Given the sequence $w_0=2, w_{n+1}=2w_n^2-1.$

It appears, from purely numeric examples, that we have this result:

When $q$ is an odd prime number, then $M_q=2^q-1$ is prime if and only if $M_q\mid w_{q-2}.$

I can actually prove if $M_q\mid w_{q-2}$ then $M_q$ is prime. [See below.] So the tricky part is if $M_q$ is prime, is $M_q\mid w_{q-2}?$

Can anybody find a proof or disproof of this?

I've tested this for the Mersenne primes $M_q$ with $q<10000.$

Some properties of $w_n$ are:

  1. $w_n = \frac{1}{2}\left((2+\sqrt 3)^{2^n}+(2-\sqrt 3)^{2^n}\right)$
  2. $w_n = T_{2^n}(2),$ where $T_k$ are the Chebyshev polynomials of the first kind.
  3. The values of $w_n$ are pair-wise relatively prime.

This came about initially from this question. In my answer there, I show that if we have an odd prime factor $p\mid w_{n}$ then:

A. If $p\equiv 1\pmod{12}$ then $2^{n+2}\mid p-1.$
B. It is not possible that $p\equiv -1\pmod{12}.$
C. Otherwise $2^{n+2}\mid p^2-1.$

We can show that if $M_q\mid w_{q-2}$ then $M_q$ is prime using $(A)$ and $(C)$.

If $p\mid M_q$ and $M_q\mid w_{q-2}$ then by (C) and (A), you have that $2^q\mid p^2-1.$ This means that $2^{q-1}\mid p+1$ or $2^{q-1}\mid p-1.$ In either case, $p\geq 2^{q-1}-1=\frac{M_q-1}{2}.$ But this isn't possible unless $p=M_q$ since otherwise, $3p>M_q$ and $M_q$ is odd.

  • $\begingroup$ This looks like the Lucas-Lehmer test $\endgroup$ – J. W. Tanner Aug 28 '19 at 19:16
  • $\begingroup$ Ah, yes, with $s_n=2w_n.$ Then $s_{n+1}=4w_n^2-2=s_n^2-2.$ $\endgroup$ – Thomas Andrews Aug 28 '19 at 19:20
  • $\begingroup$ Also compare this to $2x^2+4x+1$ which doubles and adds 1 to the exponent if $x$ is a Mersenne. Hence iterating it starting with $x=1$ we get the Double Mersennes. $\endgroup$ – user645636 Aug 28 '19 at 20:00
  • $\begingroup$ tempted to write long answer and show many other forms.math.stackexchange.com/questions/3143684/… $\endgroup$ – user645636 Aug 29 '19 at 11:47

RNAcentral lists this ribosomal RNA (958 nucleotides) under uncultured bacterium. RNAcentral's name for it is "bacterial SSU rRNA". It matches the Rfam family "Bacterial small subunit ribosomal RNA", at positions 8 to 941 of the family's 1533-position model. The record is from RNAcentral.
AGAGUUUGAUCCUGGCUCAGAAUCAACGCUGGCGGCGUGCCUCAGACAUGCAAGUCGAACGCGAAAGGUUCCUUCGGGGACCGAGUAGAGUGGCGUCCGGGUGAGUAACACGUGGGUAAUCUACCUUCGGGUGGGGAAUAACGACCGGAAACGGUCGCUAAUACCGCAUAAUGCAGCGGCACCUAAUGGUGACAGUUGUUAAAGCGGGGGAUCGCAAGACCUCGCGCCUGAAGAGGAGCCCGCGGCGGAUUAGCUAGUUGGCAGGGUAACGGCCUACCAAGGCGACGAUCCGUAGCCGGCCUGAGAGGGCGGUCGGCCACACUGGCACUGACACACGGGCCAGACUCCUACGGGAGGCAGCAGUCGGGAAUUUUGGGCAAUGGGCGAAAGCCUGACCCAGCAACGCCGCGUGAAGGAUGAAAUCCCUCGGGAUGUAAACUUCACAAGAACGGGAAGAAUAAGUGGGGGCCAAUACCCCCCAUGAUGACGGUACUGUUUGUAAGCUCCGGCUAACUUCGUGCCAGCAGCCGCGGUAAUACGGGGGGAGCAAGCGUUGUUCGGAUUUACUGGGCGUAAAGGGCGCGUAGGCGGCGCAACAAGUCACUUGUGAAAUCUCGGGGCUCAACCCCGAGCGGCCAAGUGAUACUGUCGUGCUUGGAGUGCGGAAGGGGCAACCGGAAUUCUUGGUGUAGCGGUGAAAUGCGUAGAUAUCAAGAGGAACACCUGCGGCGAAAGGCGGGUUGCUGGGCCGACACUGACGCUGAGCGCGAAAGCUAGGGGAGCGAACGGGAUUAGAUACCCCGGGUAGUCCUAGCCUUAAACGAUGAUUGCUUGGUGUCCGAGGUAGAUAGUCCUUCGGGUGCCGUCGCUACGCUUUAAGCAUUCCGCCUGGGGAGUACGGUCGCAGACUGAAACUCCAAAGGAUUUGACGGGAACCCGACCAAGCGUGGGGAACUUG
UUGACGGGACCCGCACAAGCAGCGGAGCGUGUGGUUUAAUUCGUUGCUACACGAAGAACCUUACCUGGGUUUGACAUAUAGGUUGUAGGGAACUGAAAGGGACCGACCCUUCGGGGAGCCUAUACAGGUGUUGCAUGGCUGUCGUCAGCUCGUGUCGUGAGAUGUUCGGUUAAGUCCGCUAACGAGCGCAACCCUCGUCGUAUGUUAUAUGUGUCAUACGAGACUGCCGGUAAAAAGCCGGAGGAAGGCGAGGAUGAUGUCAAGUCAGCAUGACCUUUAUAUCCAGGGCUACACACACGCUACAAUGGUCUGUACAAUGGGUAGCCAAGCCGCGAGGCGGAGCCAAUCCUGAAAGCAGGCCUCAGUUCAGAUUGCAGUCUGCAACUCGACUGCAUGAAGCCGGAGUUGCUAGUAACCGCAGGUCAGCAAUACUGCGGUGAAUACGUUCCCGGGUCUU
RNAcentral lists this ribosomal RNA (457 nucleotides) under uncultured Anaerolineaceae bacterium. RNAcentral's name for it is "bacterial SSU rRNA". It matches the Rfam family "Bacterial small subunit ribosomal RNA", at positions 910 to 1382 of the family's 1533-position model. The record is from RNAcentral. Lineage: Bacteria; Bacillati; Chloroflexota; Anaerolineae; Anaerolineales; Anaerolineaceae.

I believe you have re-discovered the Lucas-Lehmer test. For a proof, see this Wikipedia article.


This is what I call the reduced Lucas-Lehmer test. The original can also use start values in A018844 . Noting that all terms after the first in this reduced form of the LL test are odd, we can also reduce it to the $k$ values such that the sequence is $2k+1$ (as well as $3l+1$), and check if they are $M_{n-1}\bmod M_n$. This also goes to $32j+1$ etc (building the coefficient in powers of 2) as the terms increase in size. The $k$ values are linked by $k\to 4k^2+4k$ . We also have that any divisor of this reduced sequence, goes from 0 to -1 to 1 under mod which means we can use it to prove infinitely many normal primes. If we could force a proof of a new Mersenne as a prime factor, we'd prove infinitely many Mersenne primes (a currently unsolved problem). So there are quite a few possibly interesting implications from this sequence.

As to the proof, it follows from the fact that 2 is not a divisor of any Mersenne number, so it won't affect if it divides the sequence.


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